|For the second time since Mike Montgomery arrived at Stanford 20 years ago, he made another shocking decision. This time he'll be leaving the Cardinal athletic department, where he has served as a consultant since his brief tenure ended with the Golden State Warriors in 2006, to accept another men's basketball coaching position in the Pac-10.
Wearing a blue shirt and gold tie after 18 years in Cardinal red, the veteran coach agreed to a six-year contract at Cal.
For Stanford fans, moving over to take the job at California was the worst thing he could have done. For Montgomery it was a chance to coach at the college level again, and thereby erasing the pain of two losing seasons with the Warriors.
"I think I belong in college basketball," Montgomery said. "I think I proved that. Maybe I would have liked a little longer to prove it."
For those who know Montgomery, the reason is pretty simple. Sitting behind a television microphone analyzing basketball games for viewers isn't the same as standing on the sidelines calling the shots and perhaps making a difference in a player's life.
Montgomery also lives in Menlo Park, with his wife, Sarah, and commuting to Berkeley certainly is easier than packing up and relocating in places like Indiana or Los Angeles -- where he was linked to possible jobs.
Plus, Montgomery won't be saddled with the same recruiting restrictions he faced while at Stanford, where he compiled a 547-244 (.692) overall record in 18 years at Stanford (1986-2004) and eight seasons at the University of Montana (1978-1986).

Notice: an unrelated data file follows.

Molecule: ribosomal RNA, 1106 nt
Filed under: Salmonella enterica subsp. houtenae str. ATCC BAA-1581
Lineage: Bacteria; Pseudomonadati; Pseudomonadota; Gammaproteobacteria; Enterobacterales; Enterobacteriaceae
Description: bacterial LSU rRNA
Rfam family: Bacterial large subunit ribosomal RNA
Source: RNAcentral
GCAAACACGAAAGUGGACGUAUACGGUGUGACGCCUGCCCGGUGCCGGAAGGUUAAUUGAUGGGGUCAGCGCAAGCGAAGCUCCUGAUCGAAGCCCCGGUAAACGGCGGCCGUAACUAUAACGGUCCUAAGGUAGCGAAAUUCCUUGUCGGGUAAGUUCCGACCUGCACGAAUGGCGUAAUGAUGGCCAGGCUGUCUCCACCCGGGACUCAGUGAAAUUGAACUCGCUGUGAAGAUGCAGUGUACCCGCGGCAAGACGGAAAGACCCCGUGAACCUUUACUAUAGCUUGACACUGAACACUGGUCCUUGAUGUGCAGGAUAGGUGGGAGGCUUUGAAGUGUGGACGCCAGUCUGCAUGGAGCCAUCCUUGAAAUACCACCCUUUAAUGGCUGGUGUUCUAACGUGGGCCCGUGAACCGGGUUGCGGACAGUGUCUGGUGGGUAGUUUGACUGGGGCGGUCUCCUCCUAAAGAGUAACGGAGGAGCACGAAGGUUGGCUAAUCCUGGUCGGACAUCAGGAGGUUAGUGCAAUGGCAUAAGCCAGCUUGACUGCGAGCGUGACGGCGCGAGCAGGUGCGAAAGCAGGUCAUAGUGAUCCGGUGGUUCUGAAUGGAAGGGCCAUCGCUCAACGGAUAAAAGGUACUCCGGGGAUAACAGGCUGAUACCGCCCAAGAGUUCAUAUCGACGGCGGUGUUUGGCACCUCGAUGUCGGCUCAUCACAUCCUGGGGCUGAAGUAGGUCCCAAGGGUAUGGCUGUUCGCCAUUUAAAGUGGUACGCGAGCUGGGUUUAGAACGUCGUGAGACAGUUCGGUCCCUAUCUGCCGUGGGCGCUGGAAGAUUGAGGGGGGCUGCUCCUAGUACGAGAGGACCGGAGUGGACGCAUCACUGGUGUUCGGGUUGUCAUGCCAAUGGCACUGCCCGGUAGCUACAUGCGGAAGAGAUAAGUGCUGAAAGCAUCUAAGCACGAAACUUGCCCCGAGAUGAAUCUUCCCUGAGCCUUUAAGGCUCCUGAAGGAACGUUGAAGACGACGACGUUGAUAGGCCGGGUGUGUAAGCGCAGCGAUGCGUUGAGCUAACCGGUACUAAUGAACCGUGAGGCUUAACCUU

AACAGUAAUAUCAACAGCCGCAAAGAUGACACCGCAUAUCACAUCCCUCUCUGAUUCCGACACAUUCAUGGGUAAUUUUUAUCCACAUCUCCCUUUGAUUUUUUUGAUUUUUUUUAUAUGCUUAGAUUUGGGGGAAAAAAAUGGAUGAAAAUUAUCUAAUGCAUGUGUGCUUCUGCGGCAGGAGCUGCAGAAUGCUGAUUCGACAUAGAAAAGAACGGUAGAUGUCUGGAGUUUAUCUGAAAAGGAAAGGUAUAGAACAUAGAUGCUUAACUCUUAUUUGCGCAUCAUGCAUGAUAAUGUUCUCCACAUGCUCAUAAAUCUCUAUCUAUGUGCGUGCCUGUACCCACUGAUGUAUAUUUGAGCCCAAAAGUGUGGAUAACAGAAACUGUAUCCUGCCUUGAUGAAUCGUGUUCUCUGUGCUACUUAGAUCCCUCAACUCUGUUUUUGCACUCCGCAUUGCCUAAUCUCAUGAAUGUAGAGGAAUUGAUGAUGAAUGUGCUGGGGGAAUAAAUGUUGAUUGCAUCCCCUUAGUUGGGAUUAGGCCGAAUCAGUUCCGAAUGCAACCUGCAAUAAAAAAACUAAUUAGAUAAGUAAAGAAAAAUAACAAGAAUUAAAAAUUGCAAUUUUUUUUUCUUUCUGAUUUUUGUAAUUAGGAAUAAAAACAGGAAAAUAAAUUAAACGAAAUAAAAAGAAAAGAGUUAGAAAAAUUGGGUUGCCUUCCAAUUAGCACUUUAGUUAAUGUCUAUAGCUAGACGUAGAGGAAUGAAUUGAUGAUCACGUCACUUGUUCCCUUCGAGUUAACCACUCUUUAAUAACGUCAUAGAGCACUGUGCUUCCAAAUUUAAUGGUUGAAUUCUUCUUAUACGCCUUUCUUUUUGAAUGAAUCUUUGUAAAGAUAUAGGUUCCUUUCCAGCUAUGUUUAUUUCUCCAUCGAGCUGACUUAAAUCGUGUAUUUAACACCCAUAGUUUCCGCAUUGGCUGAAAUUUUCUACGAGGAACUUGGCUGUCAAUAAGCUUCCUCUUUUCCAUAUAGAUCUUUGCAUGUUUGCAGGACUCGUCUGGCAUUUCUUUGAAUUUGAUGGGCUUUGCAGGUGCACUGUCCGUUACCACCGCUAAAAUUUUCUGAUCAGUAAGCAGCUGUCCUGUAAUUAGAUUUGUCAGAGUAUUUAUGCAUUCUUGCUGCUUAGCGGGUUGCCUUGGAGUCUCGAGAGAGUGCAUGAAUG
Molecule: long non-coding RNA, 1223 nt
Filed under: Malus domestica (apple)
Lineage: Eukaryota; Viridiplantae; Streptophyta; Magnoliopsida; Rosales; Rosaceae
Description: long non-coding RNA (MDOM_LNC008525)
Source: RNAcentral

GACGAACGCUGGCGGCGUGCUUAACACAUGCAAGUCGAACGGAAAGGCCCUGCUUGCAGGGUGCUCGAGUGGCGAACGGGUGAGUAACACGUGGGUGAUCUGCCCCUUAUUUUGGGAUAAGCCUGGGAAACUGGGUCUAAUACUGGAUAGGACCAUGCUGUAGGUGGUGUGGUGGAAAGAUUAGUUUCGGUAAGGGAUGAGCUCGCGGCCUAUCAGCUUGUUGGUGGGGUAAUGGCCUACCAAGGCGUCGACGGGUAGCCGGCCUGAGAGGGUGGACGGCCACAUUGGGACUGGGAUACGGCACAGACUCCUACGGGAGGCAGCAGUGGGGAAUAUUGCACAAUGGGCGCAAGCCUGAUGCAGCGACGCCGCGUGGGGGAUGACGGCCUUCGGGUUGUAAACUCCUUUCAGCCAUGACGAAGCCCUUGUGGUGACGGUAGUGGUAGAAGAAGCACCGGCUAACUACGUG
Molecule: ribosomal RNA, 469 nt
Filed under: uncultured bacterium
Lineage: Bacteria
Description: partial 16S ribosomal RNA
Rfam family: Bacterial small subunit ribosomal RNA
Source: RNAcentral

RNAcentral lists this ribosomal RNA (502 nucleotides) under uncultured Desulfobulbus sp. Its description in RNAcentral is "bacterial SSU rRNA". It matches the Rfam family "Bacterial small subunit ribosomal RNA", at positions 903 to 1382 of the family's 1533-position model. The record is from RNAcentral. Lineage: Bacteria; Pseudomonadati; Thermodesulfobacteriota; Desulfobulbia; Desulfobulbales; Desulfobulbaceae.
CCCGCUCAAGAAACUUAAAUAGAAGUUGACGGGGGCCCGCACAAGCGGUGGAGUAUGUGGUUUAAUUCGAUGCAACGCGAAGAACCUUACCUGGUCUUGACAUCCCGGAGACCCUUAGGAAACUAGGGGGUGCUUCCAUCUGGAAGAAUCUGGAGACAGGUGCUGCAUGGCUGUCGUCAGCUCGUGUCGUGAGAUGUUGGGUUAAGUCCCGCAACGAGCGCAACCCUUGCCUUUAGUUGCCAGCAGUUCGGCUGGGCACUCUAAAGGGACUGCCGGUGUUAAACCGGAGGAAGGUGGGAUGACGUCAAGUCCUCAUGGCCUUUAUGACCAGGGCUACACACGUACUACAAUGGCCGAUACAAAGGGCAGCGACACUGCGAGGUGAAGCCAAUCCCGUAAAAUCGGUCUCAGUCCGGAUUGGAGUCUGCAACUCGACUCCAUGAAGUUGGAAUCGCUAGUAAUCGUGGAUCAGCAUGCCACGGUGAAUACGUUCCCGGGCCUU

Montgomery had 25 winning seasons in his 26 years, reached the NCAA Tournament 10 straight times from 1995-2004, four Pac-10 titles and, in 1998, took the Stanford men to their first Final Four in 56 years -- losing to Kentucky in the semifinals.
Montgomery left The Farm in May of 2004 to coach the Warriors, but was fired following back-to-back 34-48 seasons. Last August, Montgomery accepted a part-time job as an assistant to the athletic director Bob Bowlsby at Stanford.
"I'm sure when I show up next year at Maples (Pavilion), they won't have the welcome wagon out," Montgomery said. "But that's part of the experience. ... You will never get me to say anything bad about Stanford. I love the place. They were great to me, and now I'm here."
It won't be easy for the Cardinal faithful to accept Montgomery as the Bears' coach. He remains a demigod of sorts as he became Stanford's all-time winningest coach during his 18 years at the school.
Montgomery was formerly introduced as Cal's new coach on Saturday in Berkeley. He takes over for Ben Braun, who was fired last week after 12 seasons as coach when the Bears missed the NCAA tournament for the fourth time in five years.
By acting quickly in replacing Braun, Cal Athletic Director Sandy Barbour ignited the fan base and created renewed interest in the program; interest that had sagged noticeably in attendance figures.
One of the first orders of business will be shoring up a defense that was a weakness last year and a strength of Montgomery's teams at Stanford.
Despite having likely future NBA players in Ryan Anderson, Patrick Christopher and senior DeVon Hardin, Braun could only lead Cal to a ninth-place finish in the Pac-10 this season, going 17-16 overall and just 6-12 in the conference.
Braun took Cal to the third round of the NCAA tournament in his first year taking over for Todd Bozeman. But he won only two more tournament games in his final 11 seasons. Cal did win the NIT in 1999 and make three straight trips to the NCAA tournament from 2001-03, before struggling in recent years as other conference programs have improved. The Bears have placed eighth or ninth in the Pac-10 in three of the last four years.
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